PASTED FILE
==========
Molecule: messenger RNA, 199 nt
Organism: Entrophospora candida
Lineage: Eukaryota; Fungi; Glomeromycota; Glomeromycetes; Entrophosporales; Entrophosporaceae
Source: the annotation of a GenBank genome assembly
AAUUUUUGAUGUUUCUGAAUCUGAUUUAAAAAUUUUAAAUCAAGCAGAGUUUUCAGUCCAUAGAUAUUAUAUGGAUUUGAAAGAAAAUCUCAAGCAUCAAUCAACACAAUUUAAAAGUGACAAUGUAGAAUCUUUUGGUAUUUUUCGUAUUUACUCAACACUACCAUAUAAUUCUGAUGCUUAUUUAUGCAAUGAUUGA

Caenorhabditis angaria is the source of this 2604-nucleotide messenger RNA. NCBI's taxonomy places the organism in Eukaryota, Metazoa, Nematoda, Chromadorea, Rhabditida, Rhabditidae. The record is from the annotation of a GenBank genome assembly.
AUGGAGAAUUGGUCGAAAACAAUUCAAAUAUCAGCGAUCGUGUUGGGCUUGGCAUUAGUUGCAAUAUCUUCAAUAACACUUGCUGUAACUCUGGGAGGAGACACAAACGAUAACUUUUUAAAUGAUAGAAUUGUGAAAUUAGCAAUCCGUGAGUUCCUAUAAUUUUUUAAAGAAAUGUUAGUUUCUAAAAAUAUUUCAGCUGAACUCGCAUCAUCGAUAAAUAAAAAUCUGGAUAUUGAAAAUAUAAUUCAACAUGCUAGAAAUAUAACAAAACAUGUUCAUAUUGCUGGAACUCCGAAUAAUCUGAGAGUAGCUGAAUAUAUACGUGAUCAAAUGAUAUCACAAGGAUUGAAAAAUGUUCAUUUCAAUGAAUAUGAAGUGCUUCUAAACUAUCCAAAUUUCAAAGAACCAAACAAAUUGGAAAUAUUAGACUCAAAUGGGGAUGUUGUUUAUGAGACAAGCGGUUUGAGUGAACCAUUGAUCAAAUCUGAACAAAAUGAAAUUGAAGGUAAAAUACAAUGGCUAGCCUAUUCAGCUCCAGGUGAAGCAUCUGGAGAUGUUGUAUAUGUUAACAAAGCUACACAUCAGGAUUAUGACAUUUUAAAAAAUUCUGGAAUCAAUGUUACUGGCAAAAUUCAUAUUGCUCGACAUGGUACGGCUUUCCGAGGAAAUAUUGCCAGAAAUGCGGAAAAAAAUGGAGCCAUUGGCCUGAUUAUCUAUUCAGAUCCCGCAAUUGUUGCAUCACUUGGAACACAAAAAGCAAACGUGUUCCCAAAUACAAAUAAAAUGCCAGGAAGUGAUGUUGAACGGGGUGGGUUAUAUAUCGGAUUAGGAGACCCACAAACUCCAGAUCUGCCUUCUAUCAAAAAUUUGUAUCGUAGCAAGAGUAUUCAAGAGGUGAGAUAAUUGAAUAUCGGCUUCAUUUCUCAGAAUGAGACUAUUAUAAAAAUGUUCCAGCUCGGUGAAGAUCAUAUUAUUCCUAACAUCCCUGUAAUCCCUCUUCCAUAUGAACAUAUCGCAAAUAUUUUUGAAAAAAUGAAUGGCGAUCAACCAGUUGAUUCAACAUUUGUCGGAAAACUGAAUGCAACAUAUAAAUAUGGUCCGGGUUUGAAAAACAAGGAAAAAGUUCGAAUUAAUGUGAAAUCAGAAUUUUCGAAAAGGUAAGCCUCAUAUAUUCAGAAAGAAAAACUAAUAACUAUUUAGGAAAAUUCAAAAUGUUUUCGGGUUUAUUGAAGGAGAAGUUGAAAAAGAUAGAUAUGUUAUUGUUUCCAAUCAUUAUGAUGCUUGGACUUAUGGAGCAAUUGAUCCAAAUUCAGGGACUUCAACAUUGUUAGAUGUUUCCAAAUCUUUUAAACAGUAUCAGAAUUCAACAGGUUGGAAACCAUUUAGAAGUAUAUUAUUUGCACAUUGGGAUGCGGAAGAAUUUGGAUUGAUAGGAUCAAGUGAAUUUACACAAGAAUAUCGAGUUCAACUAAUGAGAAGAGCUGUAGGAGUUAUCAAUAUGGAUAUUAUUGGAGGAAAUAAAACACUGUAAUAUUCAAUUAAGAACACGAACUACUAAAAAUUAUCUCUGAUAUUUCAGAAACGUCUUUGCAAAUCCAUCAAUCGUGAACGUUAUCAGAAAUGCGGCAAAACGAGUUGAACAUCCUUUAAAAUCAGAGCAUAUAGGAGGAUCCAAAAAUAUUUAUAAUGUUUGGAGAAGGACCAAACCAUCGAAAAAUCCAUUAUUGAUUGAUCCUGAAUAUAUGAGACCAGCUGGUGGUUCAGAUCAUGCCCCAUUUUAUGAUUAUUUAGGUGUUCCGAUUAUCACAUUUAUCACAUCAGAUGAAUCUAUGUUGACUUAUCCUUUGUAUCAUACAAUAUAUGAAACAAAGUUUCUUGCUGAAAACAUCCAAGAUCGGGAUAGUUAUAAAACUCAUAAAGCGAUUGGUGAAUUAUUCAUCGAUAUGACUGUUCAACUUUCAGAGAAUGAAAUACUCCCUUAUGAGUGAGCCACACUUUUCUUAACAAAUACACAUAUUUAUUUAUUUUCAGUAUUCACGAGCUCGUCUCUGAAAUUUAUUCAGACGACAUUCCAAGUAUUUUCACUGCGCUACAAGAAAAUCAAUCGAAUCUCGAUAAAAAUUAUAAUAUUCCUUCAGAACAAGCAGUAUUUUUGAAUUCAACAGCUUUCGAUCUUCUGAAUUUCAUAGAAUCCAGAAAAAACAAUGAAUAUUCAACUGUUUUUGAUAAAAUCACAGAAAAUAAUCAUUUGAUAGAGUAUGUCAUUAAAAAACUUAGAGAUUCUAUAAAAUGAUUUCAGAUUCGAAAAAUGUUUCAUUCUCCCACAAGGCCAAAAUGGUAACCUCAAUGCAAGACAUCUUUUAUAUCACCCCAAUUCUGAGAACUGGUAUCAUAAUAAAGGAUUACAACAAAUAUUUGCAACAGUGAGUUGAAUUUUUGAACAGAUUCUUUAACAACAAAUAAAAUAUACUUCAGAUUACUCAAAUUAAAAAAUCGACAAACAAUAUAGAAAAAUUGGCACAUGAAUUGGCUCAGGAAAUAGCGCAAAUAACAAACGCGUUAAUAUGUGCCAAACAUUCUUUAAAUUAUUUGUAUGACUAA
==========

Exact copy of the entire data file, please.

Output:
Molecule: messenger RNA, 199 nt
Organism: Entrophospora candida
Lineage: Eukaryota; Fungi; Glomeromycota; Glomeromycetes; Entrophosporales; Entrophosporaceae
Source: the annotation of a GenBank genome assembly
AAUUUUUGAUGUUUCUGAAUCUGAUUUAAAAAUUUUAAAUCAAGCAGAGUUUUCAGUCCAUAGAUAUUAUAUGGAUUUGAAAGAAAAUCUCAAGCAUCAAUCAACACAAUUUAAAAGUGACAAUGUAGAAUCUUUUGGUAUUUUUCGUAUUUACUCAACACUACCAUAUAAUUCUGAUGCUUAUUUAUGCAAUGAUUGA

Caenorhabditis angaria is the source of this 2604-nucleotide messenger RNA. NCBI's taxonomy places the organism in Eukaryota, Metazoa, Nematoda, Chromadorea, Rhabditida, Rhabditidae. The record is from the annotation of a GenBank genome assembly.
AUGGAGAAUUGGUCGAAAACAAUUCAAAUAUCAGCGAUCGUGUUGGGCUUGGCAUUAGUUGCAAUAUCUUCAAUAACACUUGCUGUAACUCUGGGAGGAGACACAAACGAUAACUUUUUAAAUGAUAGAAUUGUGAAAUUAGCAAUCCGUGAGUUCCUAUAAUUUUUUAAAGAAAUGUUAGUUUCUAAAAAUAUUUCAGCUGAACUCGCAUCAUCGAUAAAUAAAAAUCUGGAUAUUGAAAAUAUAAUUCAACAUGCUAGAAAUAUAACAAAACAUGUUCAUAUUGCUGGAACUCCGAAUAAUCUGAGAGUAGCUGAAUAUAUACGUGAUCAAAUGAUAUCACAAGGAUUGAAAAAUGUUCAUUUCAAUGAAUAUGAAGUGCUUCUAAACUAUCCAAAUUUCAAAGAACCAAACAAAUUGGAAAUAUUAGACUCAAAUGGGGAUGUUGUUUAUGAGACAAGCGGUUUGAGUGAACCAUUGAUCAAAUCUGAACAAAAUGAAAUUGAAGGUAAAAUACAAUGGCUAGCCUAUUCAGCUCCAGGUGAAGCAUCUGGAGAUGUUGUAUAUGUUAACAAAGCUACACAUCAGGAUUAUGACAUUUUAAAAAAUUCUGGAAUCAAUGUUACUGGCAAAAUUCAUAUUGCUCGACAUGGUACGGCUUUCCGAGGAAAUAUUGCCAGAAAUGCGGAAAAAAAUGGAGCCAUUGGCCUGAUUAUCUAUUCAGAUCCCGCAAUUGUUGCAUCACUUGGAACACAAAAAGCAAACGUGUUCCCAAAUACAAAUAAAAUGCCAGGAAGUGAUGUUGAACGGGGUGGGUUAUAUAUCGGAUUAGGAGACCCACAAACUCCAGAUCUGCCUUCUAUCAAAAAUUUGUAUCGUAGCAAGAGUAUUCAAGAGGUGAGAUAAUUGAAUAUCGGCUUCAUUUCUCAGAAUGAGACUAUUAUAAAAAUGUUCCAGCUCGGUGAAGAUCAUAUUAUUCCUAACAUCCCUGUAAUCCCUCUUCCAUAUGAACAUAUCGCAAAUAUUUUUGAAAAAAUGAAUGGCGAUCAACCAGUUGAUUCAACAUUUGUCGGAAAACUGAAUGCAACAUAUAAAUAUGGUCCGGGUUUGAAAAACAAGGAAAAAGUUCGAAUUAAUGUGAAAUCAGAAUUUUCGAAAAGGUAAGCCUCAUAUAUUCAGAAAGAAAAACUAAUAACUAUUUAGGAAAAUUCAAAAUGUUUUCGGGUUUAUUGAAGGAGAAGUUGAAAAAGAUAGAUAUGUUAUUGUUUCCAAUCAUUAUGAUGCUUGGACUUAUGGAGCAAUUGAUCCAAAUUCAGGGACUUCAACAUUGUUAGAUGUUUCCAAAUCUUUUAAACAGUAUCAGAAUUCAACAGGUUGGAAACCAUUUAGAAGUAUAUUAUUUGCACAUUGGGAUGCGGAAGAAUUUGGAUUGAUAGGAUCAAGUGAAUUUACACAAGAAUAUCGAGUUCAACUAAUGAGAAGAGCUGUAGGAGUUAUCAAUAUGGAUAUUAUUGGAGGAAAUAAAACACUGUAAUAUUCAAUUAAGAACACGAACUACUAAAAAUUAUCUCUGAUAUUUCAGAAACGUCUUUGCAAAUCCAUCAAUCGUGAACGUUAUCAGAAAUGCGGCAAAACGAGUUGAACAUCCUUUAAAAUCAGAGCAUAUAGGAGGAUCCAAAAAUAUUUAUAAUGUUUGGAGAAGGACCAAACCAUCGAAAAAUCCAUUAUUGAUUGAUCCUGAAUAUAUGAGACCAGCUGGUGGUUCAGAUCAUGCCCCAUUUUAUGAUUAUUUAGGUGUUCCGAUUAUCACAUUUAUCACAUCAGAUGAAUCUAUGUUGACUUAUCCUUUGUAUCAUACAAUAUAUGAAACAAAGUUUCUUGCUGAAAACAUCCAAGAUCGGGAUAGUUAUAAAACUCAUAAAGCGAUUGGUGAAUUAUUCAUCGAUAUGACUGUUCAACUUUCAGAGAAUGAAAUACUCCCUUAUGAGUGAGCCACACUUUUCUUAACAAAUACACAUAUUUAUUUAUUUUCAGUAUUCACGAGCUCGUCUCUGAAAUUUAUUCAGACGACAUUCCAAGUAUUUUCACUGCGCUACAAGAAAAUCAAUCGAAUCUCGAUAAAAAUUAUAAUAUUCCUUCAGAACAAGCAGUAUUUUUGAAUUCAACAGCUUUCGAUCUUCUGAAUUUCAUAGAAUCCAGAAAAAACAAUGAAUAUUCAACUGUUUUUGAUAAAAUCACAGAAAAUAAUCAUUUGAUAGAGUAUGUCAUUAAAAAACUUAGAGAUUCUAUAAAAUGAUUUCAGAUUCGAAAAAUGUUUCAUUCUCCCACAAGGCCAAAAUGGUAACCUCAAUGCAAGACAUCUUUUAUAUCACCCCAAUUCUGAGAACUGGUAUCAUAAUAAAGGAUUACAACAAAUAUUUGCAACAGUGAGUUGAAUUUUUGAACAGAUUCUUUAACAACAAAUAAAAUAUACUUCAGAUUACUCAAAUUAAAAAAUCGACAAACAAUAUAGAAAAAUUGGCACAUGAAUUGGCUCAGGAAAUAGCGCAAAUAACAAACGCGUUAAUAUGUGCCAAACAUUCUUUAAAUUAUUUGUAUGACUAA